Power From Poo: Breakthrough Could Lead to Sustainable Electricity From Sewage

Video screen capture. Virginia Tech

Oh, the wonderful things that poo can do.

When it comes to talking about poo, it seems like most people's noses wrinkle up and they start looking for a quick exit from the conversation, which is a shame, because it's actually an incredibly useful material, whether you're talking about manure or human sewage. Sure, it needs to be handled correctly and dealt with intelligently, but feces and urine can provide a lot of benefits to us - mostly indirectly - by adding fertility to soils. And it's too bad that while we might know how to deal with it 'correctly' with our modern wastewater infrastructure, for the most part we don't handle it very intelligently.

Our wastewater systems combine stormwater, greywater, and even clean water (such as when we inadvertently let potable water run right down the drain without using it for some purpose) with the sewage from our toilets, when we could actually design and implement systems that would segregate the slightly tainted water (greywater and stormwater) from that which comes from toilets.

But that's a post for another day...

One innovation that could play a big part in wastewater reclamation (and its energy footprint) is using microbial fuel cells in the process, in order to at least partially power wastewater treatment facilities sustainably. And researchers at Virginia Tech have made a breakthrough in understanding how electrochemically-active bacteria create energy from the 'foods' they eat. This discovery may lead to more efficient wastewater-to-energy technologies, and could be an important stepping stone on the path to more sustainable infrastructure.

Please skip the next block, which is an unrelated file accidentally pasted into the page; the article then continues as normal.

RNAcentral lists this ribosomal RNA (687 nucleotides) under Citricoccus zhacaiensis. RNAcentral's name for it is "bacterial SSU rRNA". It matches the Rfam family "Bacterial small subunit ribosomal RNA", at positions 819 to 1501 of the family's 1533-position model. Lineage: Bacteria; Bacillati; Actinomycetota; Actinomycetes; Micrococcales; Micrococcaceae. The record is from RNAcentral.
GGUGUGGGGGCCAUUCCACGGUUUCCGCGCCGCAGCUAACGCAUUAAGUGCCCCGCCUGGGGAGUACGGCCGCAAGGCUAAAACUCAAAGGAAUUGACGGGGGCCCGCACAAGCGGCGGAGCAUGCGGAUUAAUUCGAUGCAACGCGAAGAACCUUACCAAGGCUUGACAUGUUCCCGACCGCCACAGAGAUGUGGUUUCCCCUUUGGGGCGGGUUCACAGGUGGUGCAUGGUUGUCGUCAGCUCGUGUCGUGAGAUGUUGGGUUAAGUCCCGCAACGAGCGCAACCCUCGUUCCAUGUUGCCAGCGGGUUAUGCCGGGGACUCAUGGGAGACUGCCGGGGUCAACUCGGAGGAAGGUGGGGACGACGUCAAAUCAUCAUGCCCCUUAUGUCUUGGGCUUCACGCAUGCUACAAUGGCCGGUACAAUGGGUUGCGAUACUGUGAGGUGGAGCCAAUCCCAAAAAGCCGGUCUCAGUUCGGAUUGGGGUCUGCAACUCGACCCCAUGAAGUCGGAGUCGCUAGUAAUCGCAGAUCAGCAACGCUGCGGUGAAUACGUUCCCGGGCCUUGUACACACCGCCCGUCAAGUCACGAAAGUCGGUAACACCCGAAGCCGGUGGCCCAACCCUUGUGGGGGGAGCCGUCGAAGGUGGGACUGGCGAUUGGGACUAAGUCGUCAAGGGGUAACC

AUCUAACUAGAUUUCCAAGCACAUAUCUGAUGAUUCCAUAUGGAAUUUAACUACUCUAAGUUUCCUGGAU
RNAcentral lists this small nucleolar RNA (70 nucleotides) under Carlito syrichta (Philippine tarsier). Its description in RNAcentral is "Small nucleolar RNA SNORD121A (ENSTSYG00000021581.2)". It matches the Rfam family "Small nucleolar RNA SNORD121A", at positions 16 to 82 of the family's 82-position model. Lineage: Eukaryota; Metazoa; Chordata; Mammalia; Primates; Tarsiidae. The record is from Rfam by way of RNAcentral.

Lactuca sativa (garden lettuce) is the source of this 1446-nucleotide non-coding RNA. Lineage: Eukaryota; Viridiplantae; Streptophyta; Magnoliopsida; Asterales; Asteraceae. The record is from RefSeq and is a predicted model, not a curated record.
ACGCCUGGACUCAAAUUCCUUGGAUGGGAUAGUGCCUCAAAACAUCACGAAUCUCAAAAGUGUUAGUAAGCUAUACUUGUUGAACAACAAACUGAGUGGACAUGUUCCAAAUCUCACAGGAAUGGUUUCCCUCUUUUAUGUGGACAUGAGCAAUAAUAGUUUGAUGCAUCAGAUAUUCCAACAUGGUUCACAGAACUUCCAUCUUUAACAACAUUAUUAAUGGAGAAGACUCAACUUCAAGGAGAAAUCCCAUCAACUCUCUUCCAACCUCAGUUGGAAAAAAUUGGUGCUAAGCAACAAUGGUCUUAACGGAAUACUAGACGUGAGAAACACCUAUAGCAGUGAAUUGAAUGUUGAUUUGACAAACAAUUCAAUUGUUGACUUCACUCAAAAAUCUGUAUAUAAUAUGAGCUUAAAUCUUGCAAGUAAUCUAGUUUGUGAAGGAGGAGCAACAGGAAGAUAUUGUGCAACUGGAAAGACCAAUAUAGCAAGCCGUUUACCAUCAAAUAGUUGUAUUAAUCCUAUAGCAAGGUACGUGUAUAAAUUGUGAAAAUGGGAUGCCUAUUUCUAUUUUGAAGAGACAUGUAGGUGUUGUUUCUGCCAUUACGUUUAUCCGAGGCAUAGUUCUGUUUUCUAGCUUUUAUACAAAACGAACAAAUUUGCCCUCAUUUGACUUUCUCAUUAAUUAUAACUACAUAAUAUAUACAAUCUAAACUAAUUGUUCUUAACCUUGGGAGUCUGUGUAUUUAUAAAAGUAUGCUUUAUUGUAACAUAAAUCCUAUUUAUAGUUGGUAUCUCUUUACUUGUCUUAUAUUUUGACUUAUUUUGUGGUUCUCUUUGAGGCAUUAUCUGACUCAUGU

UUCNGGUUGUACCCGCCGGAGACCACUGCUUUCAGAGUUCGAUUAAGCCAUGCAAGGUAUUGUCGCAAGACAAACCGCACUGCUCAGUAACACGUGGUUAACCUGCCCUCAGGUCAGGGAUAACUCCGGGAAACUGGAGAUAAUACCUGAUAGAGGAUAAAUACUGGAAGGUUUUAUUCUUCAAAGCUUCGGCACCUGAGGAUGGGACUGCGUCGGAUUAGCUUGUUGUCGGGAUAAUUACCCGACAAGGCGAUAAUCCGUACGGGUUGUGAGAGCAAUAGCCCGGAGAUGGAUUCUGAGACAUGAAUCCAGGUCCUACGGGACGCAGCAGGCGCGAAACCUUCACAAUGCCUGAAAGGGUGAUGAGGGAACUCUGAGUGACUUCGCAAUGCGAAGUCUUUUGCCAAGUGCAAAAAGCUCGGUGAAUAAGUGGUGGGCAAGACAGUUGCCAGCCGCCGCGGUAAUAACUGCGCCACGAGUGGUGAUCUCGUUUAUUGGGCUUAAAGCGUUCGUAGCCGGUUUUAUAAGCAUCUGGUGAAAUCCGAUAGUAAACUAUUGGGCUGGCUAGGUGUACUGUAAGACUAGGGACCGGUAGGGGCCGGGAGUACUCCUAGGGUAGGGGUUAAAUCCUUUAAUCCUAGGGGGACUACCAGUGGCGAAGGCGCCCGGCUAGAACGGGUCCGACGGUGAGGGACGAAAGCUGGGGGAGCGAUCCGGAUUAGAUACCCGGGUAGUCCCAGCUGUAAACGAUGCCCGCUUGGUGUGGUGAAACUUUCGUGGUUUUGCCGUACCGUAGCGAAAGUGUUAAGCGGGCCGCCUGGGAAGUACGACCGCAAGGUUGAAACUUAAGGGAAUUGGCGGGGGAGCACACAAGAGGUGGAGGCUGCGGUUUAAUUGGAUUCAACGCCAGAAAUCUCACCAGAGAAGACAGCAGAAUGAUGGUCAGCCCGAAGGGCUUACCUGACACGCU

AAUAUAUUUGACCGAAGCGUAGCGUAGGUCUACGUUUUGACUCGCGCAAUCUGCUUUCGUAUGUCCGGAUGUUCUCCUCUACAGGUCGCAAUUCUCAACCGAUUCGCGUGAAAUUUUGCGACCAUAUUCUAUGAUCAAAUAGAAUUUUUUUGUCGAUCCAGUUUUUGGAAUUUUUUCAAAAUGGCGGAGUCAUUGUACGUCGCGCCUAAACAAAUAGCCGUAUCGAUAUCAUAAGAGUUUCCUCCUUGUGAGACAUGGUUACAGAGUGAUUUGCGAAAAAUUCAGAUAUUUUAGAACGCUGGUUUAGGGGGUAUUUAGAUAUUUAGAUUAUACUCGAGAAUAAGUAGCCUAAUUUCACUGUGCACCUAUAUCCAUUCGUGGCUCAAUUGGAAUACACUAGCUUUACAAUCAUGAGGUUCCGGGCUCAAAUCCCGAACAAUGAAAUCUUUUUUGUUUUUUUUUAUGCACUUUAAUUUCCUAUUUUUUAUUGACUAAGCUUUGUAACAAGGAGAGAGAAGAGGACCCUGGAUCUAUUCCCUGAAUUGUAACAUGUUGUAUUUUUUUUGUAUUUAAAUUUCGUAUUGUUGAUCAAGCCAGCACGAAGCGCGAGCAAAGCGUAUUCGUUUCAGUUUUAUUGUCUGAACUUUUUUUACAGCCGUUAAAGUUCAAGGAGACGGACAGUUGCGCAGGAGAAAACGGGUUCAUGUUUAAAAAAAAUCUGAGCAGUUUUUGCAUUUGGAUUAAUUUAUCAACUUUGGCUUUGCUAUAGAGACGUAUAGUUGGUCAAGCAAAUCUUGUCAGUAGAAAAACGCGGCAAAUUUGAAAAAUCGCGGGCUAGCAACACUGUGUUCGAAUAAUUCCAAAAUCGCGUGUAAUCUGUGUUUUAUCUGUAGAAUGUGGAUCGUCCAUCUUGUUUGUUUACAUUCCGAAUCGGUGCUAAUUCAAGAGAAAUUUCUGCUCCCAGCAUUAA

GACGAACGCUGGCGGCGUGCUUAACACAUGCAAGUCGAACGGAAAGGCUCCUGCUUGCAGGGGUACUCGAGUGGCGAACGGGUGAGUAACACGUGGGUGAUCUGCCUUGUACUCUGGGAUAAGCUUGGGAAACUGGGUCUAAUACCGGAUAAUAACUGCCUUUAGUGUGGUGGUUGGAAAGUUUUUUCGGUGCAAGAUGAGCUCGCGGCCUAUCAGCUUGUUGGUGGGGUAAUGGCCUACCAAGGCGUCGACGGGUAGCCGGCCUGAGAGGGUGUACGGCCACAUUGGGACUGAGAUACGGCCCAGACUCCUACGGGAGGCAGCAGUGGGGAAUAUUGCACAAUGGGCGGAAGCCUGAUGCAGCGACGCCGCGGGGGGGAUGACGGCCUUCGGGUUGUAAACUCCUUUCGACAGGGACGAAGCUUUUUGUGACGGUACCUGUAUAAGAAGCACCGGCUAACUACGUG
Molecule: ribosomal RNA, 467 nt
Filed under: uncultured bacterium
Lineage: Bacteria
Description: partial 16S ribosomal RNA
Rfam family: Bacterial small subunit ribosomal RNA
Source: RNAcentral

According to Virginia Tech News, Xueyang Feng and Jason He were able to trace the metabolic pathways of different strains of bacteria, and the researchers found that a "working relationship" between two different substrates was able to produce more energy either of them working separately

"While one substrate known as lactate was mainly metabolized by its host bacteria to support cell growth, another substrate known as formate was oxidized to release electrons for higher electricity generation."

Here's a basic explanation of the work being done to improve 'poo to power' systems:

"Tracing the bacteria gave us a major piece of the puzzle to start generating electricity in a sustainable way. This is a step toward the growing trend to make wastewater treatment centers self-sustaining in the energy they use." - Xueyang Feng, assistant professor of biological systems engineering

Thanks to work such as this, in the future, it may be possible to power the plants that treat our wastewater by using the wastewater itself as 'fuel' for an army of microorganisms that can produce electricity. More details about the research can be found published in the journal Nature.